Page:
The Conversation No One Wants
Death. Unless it’s on the big screen or in a 500-page novel, no one wants to really talk about it. As a writer, I kill people all the time - on paper. I think of what’s going to happen to the character leading up to their demise and what happens to those afterward who are left behind. It’s fun, because it’s fiction. I control the when, where, and how, and when I’m done putting my words on paper I can set death aside and pick life back up and live on.
I don’t mind talking about it, either. The girls and I discuss my story ideas all the time and how some character got it in the end. Other friends ask how it’s going and share some of their ideas on bumping people off. Sometimes they scare me with how well thought-out their plans are and I start double locking my doors.
Yet, as I said, that’s fiction. When it comes to death in the real world there are conversations no one wants to have while everyone is still alive. It’s not just that it’s uncomfortable, it’s a reminder. We don’t want to think about how one day our family and friends won’t be around to share our lives. We like to go about each day as if everyone will always be there to answer their phone or make their Facebook updates, even though the reality of death is well known to all. It’s impolite conversation. It’s morbid and sick.
To be honest, I don’t want to talk about it, either. When I think of my parents not being here to wake me with a phone call at six in the morning because they forget I sleep late or one of the girls no longer filling our home or any of the kids going before me, it pretty much freaks me out. When I think of my own death, I almost panic at the things I haven’t accomplished, yet. No one wants to die and talking about it just reminds us that we will.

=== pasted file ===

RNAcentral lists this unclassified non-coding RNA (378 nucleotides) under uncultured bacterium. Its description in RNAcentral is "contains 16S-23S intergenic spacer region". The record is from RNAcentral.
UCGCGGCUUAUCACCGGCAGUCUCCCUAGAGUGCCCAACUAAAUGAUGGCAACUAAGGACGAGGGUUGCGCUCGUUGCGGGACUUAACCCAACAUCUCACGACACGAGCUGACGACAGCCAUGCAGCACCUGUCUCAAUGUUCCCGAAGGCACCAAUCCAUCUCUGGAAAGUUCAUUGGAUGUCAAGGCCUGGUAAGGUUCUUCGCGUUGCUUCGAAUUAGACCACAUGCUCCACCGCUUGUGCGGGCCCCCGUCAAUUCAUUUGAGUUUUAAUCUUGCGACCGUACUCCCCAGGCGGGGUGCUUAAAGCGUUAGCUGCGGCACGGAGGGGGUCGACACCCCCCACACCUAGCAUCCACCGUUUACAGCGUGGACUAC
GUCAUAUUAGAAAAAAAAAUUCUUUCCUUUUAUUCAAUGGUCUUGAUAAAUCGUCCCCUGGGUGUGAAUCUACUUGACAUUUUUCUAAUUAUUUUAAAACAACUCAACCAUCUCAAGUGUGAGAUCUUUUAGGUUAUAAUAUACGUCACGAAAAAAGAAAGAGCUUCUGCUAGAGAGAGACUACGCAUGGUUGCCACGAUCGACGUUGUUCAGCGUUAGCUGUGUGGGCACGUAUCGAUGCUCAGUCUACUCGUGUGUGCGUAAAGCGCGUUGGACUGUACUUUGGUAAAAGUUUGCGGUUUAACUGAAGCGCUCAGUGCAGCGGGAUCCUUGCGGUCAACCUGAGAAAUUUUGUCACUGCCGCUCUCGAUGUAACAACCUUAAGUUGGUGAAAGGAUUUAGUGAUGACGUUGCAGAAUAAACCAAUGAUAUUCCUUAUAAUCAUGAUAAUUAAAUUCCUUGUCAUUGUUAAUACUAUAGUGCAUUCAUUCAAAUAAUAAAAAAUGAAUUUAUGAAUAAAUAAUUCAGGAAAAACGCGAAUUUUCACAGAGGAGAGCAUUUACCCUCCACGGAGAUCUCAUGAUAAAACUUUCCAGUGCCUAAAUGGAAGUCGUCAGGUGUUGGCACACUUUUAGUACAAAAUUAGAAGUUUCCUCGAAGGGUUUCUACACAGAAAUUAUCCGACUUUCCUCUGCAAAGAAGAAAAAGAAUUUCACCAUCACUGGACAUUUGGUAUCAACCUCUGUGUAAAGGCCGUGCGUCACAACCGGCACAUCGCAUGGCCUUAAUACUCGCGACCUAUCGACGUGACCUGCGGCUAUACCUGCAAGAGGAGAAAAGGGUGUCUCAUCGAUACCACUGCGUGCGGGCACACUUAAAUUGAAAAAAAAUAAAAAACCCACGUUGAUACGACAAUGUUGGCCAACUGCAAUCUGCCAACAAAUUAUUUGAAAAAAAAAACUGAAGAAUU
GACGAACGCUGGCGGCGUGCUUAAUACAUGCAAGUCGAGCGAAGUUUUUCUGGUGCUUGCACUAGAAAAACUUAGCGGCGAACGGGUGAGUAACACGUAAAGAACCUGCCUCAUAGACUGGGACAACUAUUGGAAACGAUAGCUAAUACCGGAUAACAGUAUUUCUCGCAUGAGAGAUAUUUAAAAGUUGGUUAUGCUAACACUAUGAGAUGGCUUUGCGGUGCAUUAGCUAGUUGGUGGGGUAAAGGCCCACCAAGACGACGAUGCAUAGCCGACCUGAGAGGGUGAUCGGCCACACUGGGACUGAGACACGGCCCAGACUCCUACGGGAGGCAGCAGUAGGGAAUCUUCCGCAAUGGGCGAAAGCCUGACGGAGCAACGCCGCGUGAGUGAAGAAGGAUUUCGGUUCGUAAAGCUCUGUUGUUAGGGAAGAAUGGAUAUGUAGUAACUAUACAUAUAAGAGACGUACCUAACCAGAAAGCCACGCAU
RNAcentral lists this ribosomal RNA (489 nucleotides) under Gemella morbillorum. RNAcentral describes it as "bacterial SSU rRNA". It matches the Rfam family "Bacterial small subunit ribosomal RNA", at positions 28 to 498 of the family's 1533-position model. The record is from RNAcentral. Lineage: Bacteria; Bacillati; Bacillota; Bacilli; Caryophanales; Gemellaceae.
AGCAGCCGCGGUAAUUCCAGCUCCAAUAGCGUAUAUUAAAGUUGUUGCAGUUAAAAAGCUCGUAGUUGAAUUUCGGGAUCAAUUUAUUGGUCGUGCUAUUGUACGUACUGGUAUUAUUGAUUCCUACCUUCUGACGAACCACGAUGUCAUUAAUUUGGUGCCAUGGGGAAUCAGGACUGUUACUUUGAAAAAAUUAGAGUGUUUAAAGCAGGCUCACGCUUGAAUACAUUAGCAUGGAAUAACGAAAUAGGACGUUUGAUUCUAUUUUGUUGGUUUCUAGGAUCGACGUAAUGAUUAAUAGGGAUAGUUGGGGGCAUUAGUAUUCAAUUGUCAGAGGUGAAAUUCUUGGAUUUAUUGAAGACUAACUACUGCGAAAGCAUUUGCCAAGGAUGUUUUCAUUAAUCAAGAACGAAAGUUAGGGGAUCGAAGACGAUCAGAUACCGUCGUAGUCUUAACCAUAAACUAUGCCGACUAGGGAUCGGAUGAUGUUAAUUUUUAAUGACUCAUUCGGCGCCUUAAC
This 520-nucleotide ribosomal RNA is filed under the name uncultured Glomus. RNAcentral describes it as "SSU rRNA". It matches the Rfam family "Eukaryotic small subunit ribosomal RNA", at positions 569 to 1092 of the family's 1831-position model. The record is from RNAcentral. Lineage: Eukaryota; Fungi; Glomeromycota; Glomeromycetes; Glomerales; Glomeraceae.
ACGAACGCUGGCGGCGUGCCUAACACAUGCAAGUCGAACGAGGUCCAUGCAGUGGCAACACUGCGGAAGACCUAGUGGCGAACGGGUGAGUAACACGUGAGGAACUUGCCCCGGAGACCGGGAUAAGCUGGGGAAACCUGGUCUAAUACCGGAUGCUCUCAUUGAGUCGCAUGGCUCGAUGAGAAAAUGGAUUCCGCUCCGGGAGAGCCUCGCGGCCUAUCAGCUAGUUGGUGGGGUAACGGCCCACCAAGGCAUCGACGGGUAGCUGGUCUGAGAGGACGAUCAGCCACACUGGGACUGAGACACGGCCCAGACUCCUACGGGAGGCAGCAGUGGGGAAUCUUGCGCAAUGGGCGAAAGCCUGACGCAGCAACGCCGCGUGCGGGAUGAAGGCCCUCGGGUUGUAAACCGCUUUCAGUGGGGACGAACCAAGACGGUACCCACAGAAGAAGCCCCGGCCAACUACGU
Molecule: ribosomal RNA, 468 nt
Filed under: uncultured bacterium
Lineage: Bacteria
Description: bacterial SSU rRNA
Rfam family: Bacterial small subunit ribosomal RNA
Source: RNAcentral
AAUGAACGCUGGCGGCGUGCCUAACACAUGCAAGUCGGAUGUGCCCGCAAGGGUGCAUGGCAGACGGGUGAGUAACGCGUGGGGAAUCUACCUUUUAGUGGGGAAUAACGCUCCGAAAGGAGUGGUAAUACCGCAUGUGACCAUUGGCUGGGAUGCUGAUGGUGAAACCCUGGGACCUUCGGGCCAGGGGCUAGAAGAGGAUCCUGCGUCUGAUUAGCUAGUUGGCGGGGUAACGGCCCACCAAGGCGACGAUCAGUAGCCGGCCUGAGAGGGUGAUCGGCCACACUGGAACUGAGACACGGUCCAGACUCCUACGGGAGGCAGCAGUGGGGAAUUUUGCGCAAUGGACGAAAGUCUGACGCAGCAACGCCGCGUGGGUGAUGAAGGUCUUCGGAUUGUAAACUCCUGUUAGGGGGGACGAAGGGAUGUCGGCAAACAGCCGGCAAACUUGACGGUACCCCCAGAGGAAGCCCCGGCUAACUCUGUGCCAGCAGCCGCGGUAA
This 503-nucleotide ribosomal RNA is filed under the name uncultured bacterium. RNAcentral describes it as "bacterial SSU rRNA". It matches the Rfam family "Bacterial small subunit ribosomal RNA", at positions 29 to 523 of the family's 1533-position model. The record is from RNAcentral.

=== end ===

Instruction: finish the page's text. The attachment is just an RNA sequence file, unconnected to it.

Still, it’s a conversation that needs to happen.
With the funeral of Teri’s mom last week, our future demise became a topic of discussion for the long ten hour drive back home. Betty had done a great job preparing for this day. Her daughters weren’t left with too many decisions, just the chaos of family coming in and what to do with them. Everything else was pretty much mapped out.
I want to be that prepared. I see it as the final act I can do for my kids; assuming the girls haven’t bumped me off first, that is. There will be enough going on for them to have to worry about the details of my send off. Where I’m to be buried, how I want it to be accomplished, and what outfit I will spend eternity in, all of these will be decided long beforehand. Personally, I want to go in a full whiskey barrel with a cigar in my hand.
I’ll also have it all paid for and the service planned out. I’m a man who loves lists and notes and I will leave them for the boys to follow closely. They will have account numbers, passwords and all the information I’ve hidden from them for years. Of course, there will be a box marked “Just Burn” of stuff they wouldn’t want to see due to receiving permanent emotional scars, but don’t we all have one of those? I don’t want them to think or worry.
I want things to go smoothly for them, so they can sit back, burn a cigar and drink a glass of Maker’s Mark in my honor.
Furthermore, although I don’t have much, what I do possess will be divvied up the way I think best. There will be no questions as to who gets what. Years ago, I’ve seen siblings come to blows over these matters and I’ve worked too hard my entire life building a close-knit family to have it all fall apart over who wants my stapler. Besides, the greatest thing I could leave them isn’t the paintings on the wall or my collection of Star Trek books. The greatest inheritance isn’t anything physical. It’s the sense of a strong family, the ability to spot a bull shitter, and the courage to reach for their dreams. I don’t want them to hold onto the past; I want them to strive for a better future - or I’ll come back and haunt them.
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